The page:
My Pet Peeves with Our Healthcare System

May 20, 2011

Can insurance companies please give us a step-wise plan for writing certain prescriptions? That’s just one of my pet peeves as a physician. I have many more.

As I pondered the topic for this week's blog posting, I thought it would be helpful to share some of my frustrations with our present healthcare system. While I do think that some aspects of our healthcare system do need to be changed and improved... well I will keep the other comments from that last sentence to myself.

I do not think that physicians are all-knowing people. We see our patients and after performing the appropriate history and physical examination, we formulate the appropriate assessment of their problems and formulate a plan that will best suit their needs. I am very mindful of the cost of healthcare, be it prescriptions, diagnostic studies, trips to the office, etc. However, I do feel that I am a good steward of my patients' healthcare dollars. Any patient that is treated by me gets the exact same treatment that I would expect any of my family members to receive from another physician. I have held myself to this standard from day one in my career. I do realize that healthcare is expensive, and I do think that certain elements of our healthcare system can be improved without the all-knowing influence of our federal government.

My biggest pet peeve: Can insurance companies please give us a step-wise plan for writing certain prescriptions? My patient that has reflux symptoms will always be treated with a low cost generic medication, in addition to giving them advice for lifestyle changes that can improve their symptoms. When I do choose to prescribe a PPI, why is it that my staff must always call for a prior authorization? This is a step that places an obstacle for my patients in getting the treatment they need and it also places extra work on my already busy office staff. I wish the payers would give us some instructions for such prescriptions. Certainly I document when treatments fail, when the patient fails to lose weight, stop smoking, decrease caffeine intake, etc, etc. Since I document this precisely, why must I still call for the approval?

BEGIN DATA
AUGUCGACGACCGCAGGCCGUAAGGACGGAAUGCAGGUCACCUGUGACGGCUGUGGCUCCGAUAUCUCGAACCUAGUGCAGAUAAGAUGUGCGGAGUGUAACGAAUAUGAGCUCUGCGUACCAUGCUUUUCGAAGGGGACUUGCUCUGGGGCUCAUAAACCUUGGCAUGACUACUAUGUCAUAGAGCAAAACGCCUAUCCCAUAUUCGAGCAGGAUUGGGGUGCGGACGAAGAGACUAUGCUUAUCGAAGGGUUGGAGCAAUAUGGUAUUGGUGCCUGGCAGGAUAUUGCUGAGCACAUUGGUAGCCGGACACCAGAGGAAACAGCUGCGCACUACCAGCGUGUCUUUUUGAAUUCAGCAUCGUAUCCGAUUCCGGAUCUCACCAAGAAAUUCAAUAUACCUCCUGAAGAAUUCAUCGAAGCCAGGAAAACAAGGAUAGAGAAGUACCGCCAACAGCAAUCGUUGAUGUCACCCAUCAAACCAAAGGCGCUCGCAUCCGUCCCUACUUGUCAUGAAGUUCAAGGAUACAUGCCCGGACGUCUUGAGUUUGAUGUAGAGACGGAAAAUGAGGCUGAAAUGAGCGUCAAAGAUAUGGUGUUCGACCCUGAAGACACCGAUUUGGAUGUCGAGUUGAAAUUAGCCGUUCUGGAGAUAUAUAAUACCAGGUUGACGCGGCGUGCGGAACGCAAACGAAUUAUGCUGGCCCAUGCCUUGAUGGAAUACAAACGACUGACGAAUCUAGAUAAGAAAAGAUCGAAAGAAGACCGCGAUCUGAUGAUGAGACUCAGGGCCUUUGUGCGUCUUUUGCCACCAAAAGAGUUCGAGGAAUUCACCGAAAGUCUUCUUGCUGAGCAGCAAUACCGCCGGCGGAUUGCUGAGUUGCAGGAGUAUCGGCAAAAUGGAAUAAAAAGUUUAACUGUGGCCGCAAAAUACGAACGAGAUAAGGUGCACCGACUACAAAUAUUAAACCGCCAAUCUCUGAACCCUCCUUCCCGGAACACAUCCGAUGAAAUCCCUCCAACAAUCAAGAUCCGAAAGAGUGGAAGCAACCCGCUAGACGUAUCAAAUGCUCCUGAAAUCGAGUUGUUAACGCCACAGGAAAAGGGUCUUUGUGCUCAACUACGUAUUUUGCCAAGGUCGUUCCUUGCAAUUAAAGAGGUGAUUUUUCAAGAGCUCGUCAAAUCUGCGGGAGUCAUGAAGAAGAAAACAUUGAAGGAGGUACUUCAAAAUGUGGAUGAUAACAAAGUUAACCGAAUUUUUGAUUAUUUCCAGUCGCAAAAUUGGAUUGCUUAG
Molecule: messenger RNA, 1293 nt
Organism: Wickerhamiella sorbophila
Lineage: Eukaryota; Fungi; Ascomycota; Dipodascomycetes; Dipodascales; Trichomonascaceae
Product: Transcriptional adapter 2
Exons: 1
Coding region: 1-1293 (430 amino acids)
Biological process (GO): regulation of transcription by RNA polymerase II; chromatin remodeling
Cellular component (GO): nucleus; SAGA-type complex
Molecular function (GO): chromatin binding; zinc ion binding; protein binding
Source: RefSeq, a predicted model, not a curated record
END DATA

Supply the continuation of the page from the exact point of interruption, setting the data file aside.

Next pet peeve: I feel that I order a very small percentage of diagnostic studies. Wasn't it Osler that once said, "...if after taking an appropriate history and physical examination from your patient, if you do not know the cause for their problem, please repeat the history and physical." This recommendation is followed by me and after more than 100 years, it does still apply. However, when repeating the evaluation does not provide the appropriate answer and when the ordering of a diagnostic test is written, we still must call for the approval from the payer and sometimes I even must speak to a physician reviewer as well. I can tell you that every time I speak to a physician reviewer and explain my thought process (which, of course, is documented), the diagnostic test is always approved. The extra time spent here is absolute nonsense and it does nothing but delay the treatment needed for my patients.

Next pet peeve: Why is it that the cost of my own healthcare insurance and the cost of my patients' premiums increasing at an exponential rate each year? Yes, we all get older as each year passes and I can understand a certain small increase from year to year. However, the increase in premiums does not correspond with the payment received for office visits, prescription coverage, and payments to hospitals. If anything the payment changes stay flat each year or if an increase is observed, it is on the order of less than one percent.

I understand that healthcare is expensive. However, I also feel that the payers and the federal government must also understand that not every decision in medicine can be driven by the expense outcome. Is there a perfect answer out there? Perhaps. Does the entire delivery system need to be rebuilt from the ground up? Of course not. I am sure that the final answer will be provided by persons much more intelligent than myself. Until that time comes, all providers of healthcare need to communicate with each other routinely in order to share best practices and treatment protocols that lead to better and more efficient patient care.

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